Following the injunction, the judges who won in 2018 amended the county’s misdemeanor bail policies and settled the ODonnell case in November 2019, ushering in the ODonnell Consent Decree. The decree releases most misdemeanor arrestees on personal recognizance bonds—meaning they promise to return to court without paying a cash deposit—and requires those ineligible for such bonds receive representation from a public defender and a hearing within 48 hours of their arrest.
Duke University law professor Brandon Garrett is the court-appointed monitor to oversee the implementation of the decree. His fifth report released Sept. 3 showed the share of cases resulting in a conviction dropped to 23% in 2020 from 59% in 2015 with the outcome of 18% of 2020 cases still undetermined.
Jason Spencer, Harris County Sheriff’s Office spokesperson, said Sheriff Ed Gonzalez was in favor of the reform, which Spencer said has helped manage the jail population and left more space for people charged with serious felonies.
“If misdemeanor bail reform hadn't happened, it's reasonable to assume [our current crowding condition] would be much worse than it is now,” Spencer said.
Clash over bail reform
Heaton said he worries some conflate misdemeanor and felony bail reform—the latter of which has not yet occurred in Harris County.
Ken W. Good, an attorney who represents bail bond agents, spoke at the Aug. 25 TSU bail reform panel and said he believes “misdemeanors [are] the training ground today for tomorrow’s felonies.” But Heaton said this is not borne out by the evidence from his center’s study.
A Sept. 14 news release from Crime Stoppers, a nonprofit organization dedicated to reducing crime in communities, stated the organization supports misdemeanor bail reform. Andy Kahan, director of the victim services and advocacy program for Crime Stoppers, said he believes ODonnell has affected how judges set bonds for felonies.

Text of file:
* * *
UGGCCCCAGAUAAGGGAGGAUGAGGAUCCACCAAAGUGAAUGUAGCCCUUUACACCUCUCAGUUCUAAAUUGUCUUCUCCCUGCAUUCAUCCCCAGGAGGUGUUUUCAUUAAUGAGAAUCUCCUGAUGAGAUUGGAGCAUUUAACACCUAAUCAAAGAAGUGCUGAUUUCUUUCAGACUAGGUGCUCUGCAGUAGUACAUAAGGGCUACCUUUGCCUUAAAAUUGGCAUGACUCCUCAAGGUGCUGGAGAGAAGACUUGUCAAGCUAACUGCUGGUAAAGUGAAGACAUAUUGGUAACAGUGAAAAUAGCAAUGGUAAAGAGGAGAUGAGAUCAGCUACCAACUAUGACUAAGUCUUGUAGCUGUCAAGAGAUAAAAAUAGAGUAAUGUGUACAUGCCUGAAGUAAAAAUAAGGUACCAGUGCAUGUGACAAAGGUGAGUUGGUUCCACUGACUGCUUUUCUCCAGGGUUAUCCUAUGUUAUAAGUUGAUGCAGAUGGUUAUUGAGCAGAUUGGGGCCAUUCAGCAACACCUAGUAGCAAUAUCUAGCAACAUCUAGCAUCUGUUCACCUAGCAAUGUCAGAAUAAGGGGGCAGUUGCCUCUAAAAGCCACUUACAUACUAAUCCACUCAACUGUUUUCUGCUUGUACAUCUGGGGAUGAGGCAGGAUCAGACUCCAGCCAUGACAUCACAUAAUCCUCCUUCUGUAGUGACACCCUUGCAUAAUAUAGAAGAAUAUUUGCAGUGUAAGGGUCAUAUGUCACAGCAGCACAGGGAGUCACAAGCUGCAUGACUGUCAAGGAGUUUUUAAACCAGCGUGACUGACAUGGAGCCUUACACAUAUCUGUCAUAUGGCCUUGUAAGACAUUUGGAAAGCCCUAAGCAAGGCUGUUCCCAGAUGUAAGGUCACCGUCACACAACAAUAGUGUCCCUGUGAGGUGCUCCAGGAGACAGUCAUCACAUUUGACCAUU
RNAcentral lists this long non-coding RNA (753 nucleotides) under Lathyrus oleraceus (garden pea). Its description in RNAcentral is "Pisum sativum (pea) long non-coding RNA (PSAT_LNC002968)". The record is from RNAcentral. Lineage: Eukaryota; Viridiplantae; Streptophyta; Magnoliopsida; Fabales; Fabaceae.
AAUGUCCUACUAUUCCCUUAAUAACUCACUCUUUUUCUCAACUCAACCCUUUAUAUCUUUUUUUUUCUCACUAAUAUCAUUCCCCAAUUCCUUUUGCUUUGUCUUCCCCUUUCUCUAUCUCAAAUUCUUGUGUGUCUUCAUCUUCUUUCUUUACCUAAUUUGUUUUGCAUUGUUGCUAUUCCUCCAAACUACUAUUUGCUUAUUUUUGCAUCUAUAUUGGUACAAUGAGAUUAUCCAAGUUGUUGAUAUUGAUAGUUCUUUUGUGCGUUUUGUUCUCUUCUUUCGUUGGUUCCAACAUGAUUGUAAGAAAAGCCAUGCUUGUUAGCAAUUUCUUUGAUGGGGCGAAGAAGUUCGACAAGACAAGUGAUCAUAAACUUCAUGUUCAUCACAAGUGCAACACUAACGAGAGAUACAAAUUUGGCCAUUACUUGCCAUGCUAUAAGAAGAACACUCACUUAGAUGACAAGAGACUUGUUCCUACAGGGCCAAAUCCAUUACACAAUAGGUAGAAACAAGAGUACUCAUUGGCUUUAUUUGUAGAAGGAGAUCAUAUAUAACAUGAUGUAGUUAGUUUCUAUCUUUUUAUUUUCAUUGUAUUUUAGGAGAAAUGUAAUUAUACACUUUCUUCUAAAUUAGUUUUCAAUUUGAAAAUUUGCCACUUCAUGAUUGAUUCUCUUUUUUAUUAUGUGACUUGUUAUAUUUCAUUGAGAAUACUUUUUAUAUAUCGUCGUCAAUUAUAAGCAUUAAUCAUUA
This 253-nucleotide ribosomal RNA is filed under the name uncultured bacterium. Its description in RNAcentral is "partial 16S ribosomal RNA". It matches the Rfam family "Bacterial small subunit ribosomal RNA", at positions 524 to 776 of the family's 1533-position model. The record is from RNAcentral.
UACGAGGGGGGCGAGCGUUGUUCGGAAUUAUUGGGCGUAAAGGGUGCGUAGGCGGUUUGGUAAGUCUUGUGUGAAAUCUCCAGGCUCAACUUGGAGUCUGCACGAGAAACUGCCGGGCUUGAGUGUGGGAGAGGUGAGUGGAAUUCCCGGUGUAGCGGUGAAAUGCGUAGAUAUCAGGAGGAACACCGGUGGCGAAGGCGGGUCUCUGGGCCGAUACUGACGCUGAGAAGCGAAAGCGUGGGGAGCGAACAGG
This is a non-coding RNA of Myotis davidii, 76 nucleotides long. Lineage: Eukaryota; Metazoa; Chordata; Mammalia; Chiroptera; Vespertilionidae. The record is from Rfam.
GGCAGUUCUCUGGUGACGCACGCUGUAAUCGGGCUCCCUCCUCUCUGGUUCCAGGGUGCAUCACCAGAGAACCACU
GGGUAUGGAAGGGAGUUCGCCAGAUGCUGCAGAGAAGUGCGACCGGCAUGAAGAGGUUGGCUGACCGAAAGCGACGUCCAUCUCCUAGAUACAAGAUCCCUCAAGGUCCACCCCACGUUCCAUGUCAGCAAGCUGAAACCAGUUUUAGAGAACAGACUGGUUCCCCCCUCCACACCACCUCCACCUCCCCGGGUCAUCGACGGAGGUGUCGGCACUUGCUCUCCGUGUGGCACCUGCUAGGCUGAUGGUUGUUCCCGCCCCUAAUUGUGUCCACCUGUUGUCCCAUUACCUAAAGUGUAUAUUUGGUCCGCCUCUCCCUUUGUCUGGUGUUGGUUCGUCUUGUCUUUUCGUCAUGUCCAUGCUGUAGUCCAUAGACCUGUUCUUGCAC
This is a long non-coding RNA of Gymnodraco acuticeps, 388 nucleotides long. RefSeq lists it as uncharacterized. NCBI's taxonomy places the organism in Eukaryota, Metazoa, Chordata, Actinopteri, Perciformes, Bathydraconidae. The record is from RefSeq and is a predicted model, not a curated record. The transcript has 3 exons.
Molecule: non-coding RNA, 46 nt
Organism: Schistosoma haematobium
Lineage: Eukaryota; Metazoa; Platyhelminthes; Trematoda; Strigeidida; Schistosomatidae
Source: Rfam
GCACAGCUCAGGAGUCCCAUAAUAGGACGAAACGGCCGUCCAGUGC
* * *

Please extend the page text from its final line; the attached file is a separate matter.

“The numbers certainly bear it out that the district court judges are basically taking the ODonnell decision without being under a federal order [and] transposing it onto defendants charged with felonies,” Kahan said, although he added Crime Stoppers only began tracking such data in 2018.
District Attorney's Office spokesperson Dane Schiller said in a statement to Community Impact he believes no one should sit in jail simply because they are poor, but a September 2021 report from Ogg's office shared the same sentiment as Kahan.
"'Bail reform' has not been confined to misdemeanors, but has been implemented, in practice, for felony defendants at every level," Ogg said in the report.
Meanwhile, Alexandra del Moral Mealer, the Republican opponent of County Judge Lina Hidalgo, filed an amicus curiae brief Jan. 25 to dismiss a separate Harris County case dealing with felony bail reform, Russell v. Harris County. In a statement to Community Impact, Mealer said she would file a motion to dissolve the ODonnell Consent Decree on her first day in office if elected.
According to Jones, candidates for judicial elections are virtually unknown to the public and said voters will choose candidates almost exclusively based on party.
“It's just the nature of judicial elections in a large jurisdiction like Harris County where we have about 100 races on the ballot,” Jones said. “The judicial elections devolve into a generic partisan battle with whichever party has the narrow advantage almost always sweeping every one of the seats.”
However, it is not yet clear how a change in the makeup of the courts could have an effect on ODonnell.
David Fleischer, who is running for re-election as the Criminal Court at Law No. 5 judge, said he does not know what would happen to the ODonnell Consent Decree if Republican judges win their elections. His opponent, Republican Elizabeth Buss, did not respond to requests for comment.
“It does scare me though," Fleischer said. "We put in a lot of work [to show] that any fear that someone might have had about bail reform is just nonsensical in the misdemeanor arena.”
Good said a new misdemeanor judge could choose not to follow the decree. But Garrett said it takes extreme circumstances to reopen a settled case, and Rossi said in a statement that such an attempt would be baseless legally.
Although Heaton did not comment on whether ODonnell could be changed, he said it is important to give some time and attention to the judicial races.
“One of the lessons is the decisions of those judges, and whether or not they're willing to implement reforms, like the ODonnell reforms,” Heaton said. “I think it's valuable for people to be very thoughtful when they're making these decisions and recognize that those judges can be pretty important in what happens.”